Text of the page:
Maureen F. McHugh, “The Cost to Be Wise”

This week’s Sunday novella is “The Cost to be Wise” by Maureen F. McHugh. It was first published in the anthology Starlight 1, published in 1996. Subsequently it’s been published, aside from these Dozois anthologies, in the author’s collection Mothers & Other Monsters (2006), and it formed the first part of the author’s novel Mission Child (1998). (It must have been extensively revised, or repurposed, for the novel, since the section corresponding to the story runs 40 pages, compared to 48 pages of tinier print in the collection. And all the characters names have changed.)

McHugh debuted in 1988 and made a splash with her first novel, China Mountain Zhang (1992), about a gay Chinese man in 22nd century dominated by China. Aside from Mission Child there were two later novels in 1994 and 2001, and none since. Three or four dozen shorter works, of which only “The Lincoln Train” won major awards, a Hugo and a Locus. The story under discussion was a Hugo and Nebula finalist, and placed 10th in the Locus Poll.

I’ll quote from the review I wrote for Locus‘s August 1996 issue.

Janna is a teenage girl in the community of Sckarline on a cold dark colony planet only recently rediscovered by Earth. She understands who offworlders are, and is fascinated when two of them come to her village, including Veronique, who speaks English and brings a box made of plastic, a substance Janna finds exotic. The colony was deliberately designed to be low-tech, to employ only “appropriate technology,” and Janna can recite the reasons why even if she doesn’t entirely understand them. But not everyone on the planet follows this philosophy; soon “outrunner” traders, with guns, show up to raid the village’s distillery of “whisak.”

The outrunners get rough and people are killed, and one of Janna’s teachers reluctantly brings out the hidden (high-tech) devices Janna may need to survive. The story ends in an abrupt right-turn away from an easy resolution; perhaps this is in fact the first couple chapters of the forthcoming novel. There is still a lot to explore about Janna and her world.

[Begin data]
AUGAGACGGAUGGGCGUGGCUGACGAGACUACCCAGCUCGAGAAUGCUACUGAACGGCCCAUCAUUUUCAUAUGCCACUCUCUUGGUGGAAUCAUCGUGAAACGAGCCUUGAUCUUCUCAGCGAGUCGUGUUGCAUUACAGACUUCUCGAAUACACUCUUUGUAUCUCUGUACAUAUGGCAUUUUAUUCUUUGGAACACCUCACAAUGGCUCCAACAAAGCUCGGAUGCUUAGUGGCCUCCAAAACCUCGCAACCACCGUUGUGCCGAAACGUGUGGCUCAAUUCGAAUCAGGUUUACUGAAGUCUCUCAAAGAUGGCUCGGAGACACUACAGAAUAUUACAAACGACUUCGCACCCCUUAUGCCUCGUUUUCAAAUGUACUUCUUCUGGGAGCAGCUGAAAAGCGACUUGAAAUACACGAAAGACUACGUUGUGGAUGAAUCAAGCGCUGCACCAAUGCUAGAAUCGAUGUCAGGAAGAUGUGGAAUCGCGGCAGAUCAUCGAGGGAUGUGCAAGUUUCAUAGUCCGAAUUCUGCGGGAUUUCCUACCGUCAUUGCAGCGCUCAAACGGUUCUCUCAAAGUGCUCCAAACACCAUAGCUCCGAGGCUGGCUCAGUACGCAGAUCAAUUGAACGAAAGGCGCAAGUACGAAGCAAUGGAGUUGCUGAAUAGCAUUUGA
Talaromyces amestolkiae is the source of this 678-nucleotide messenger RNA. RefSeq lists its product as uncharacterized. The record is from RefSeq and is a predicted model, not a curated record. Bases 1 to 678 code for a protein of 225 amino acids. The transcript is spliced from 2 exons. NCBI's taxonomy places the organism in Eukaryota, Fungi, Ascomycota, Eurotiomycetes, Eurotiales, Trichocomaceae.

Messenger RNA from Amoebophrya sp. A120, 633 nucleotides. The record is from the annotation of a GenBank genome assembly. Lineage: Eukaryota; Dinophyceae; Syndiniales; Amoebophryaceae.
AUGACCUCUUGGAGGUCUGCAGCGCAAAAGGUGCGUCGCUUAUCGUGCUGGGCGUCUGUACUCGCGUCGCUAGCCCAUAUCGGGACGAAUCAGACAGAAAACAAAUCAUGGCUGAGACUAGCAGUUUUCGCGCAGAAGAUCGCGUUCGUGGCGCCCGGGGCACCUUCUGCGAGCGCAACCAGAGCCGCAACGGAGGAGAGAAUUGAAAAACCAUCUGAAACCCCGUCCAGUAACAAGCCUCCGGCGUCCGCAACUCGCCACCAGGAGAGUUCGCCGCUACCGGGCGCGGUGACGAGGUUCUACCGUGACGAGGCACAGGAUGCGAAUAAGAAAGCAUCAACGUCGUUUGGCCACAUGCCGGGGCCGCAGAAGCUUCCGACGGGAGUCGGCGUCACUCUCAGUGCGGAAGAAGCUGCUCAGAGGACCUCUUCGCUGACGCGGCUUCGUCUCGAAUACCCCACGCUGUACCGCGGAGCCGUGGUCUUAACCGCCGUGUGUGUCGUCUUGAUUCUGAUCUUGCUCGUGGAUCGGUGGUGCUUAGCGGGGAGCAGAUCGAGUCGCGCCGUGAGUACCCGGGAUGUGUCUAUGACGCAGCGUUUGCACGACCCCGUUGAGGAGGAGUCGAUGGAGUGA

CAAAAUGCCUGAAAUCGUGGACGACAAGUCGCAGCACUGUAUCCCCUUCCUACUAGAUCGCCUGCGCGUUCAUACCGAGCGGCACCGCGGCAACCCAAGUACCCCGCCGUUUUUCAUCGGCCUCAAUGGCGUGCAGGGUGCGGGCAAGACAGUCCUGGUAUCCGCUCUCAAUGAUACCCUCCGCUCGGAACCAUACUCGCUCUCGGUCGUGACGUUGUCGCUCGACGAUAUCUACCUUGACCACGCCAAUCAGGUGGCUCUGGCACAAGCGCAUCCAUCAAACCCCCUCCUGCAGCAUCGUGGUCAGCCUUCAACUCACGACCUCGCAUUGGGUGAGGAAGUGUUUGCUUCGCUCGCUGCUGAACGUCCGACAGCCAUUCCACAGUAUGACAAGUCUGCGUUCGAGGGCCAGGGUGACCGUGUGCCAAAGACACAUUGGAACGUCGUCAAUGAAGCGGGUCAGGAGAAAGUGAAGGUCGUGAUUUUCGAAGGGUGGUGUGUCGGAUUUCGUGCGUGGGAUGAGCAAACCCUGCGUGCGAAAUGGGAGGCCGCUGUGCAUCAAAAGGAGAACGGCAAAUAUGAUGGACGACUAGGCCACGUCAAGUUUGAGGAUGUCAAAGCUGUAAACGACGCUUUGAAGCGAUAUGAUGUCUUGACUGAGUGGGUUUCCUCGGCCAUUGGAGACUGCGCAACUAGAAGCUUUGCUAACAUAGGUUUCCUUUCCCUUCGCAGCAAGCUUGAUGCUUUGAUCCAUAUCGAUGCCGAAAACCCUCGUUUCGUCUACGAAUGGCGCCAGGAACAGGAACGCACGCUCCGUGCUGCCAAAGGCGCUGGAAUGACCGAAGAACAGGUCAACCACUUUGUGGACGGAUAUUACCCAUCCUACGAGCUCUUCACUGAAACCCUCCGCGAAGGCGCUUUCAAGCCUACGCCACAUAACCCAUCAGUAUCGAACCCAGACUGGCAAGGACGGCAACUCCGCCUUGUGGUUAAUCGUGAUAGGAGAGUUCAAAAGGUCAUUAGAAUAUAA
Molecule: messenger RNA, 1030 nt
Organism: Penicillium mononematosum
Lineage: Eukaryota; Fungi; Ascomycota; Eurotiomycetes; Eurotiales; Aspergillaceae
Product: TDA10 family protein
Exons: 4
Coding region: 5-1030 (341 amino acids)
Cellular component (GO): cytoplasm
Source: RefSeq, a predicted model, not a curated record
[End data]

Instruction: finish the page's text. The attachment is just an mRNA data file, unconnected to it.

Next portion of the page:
Actually it seems only Janna’s community follows the “developmental philosophy” of appropriate technology, and the young ones, like Janna, don’t really understand it. So in one sense the story plays out a social experiment as it goes wrong. What happens when a community that limits itself to technology it can create and sustain without any outside help — excluding, for example, guns, not to mention anything high-tech — encounters brigands who do have, say, guns. It’s not pretty.

This social experiment theme is in the background, though. The foreground is about the character Janna, who barely understands that an outside world exists, as she meets an offworlder, a young woman and grad student come to learn about this world, and is both perplexed and charmed by her. Then comes the invasion and the devastating aftermath. In how many ways must she become wise?

The story ends with two characters in the community still alive, but (spoiler) the community destroyed. What happens next? We don’t know from reading the story, but presumably that’s what the rest of the novel is about.

Aside from this inconclusive conclusion, I have no criticisms of the story, exactly, though I’m not sure if would have made my own cut of the best 16 or 17 novellas from the 20 year span of Dozois’ two Best of Best anthologies.

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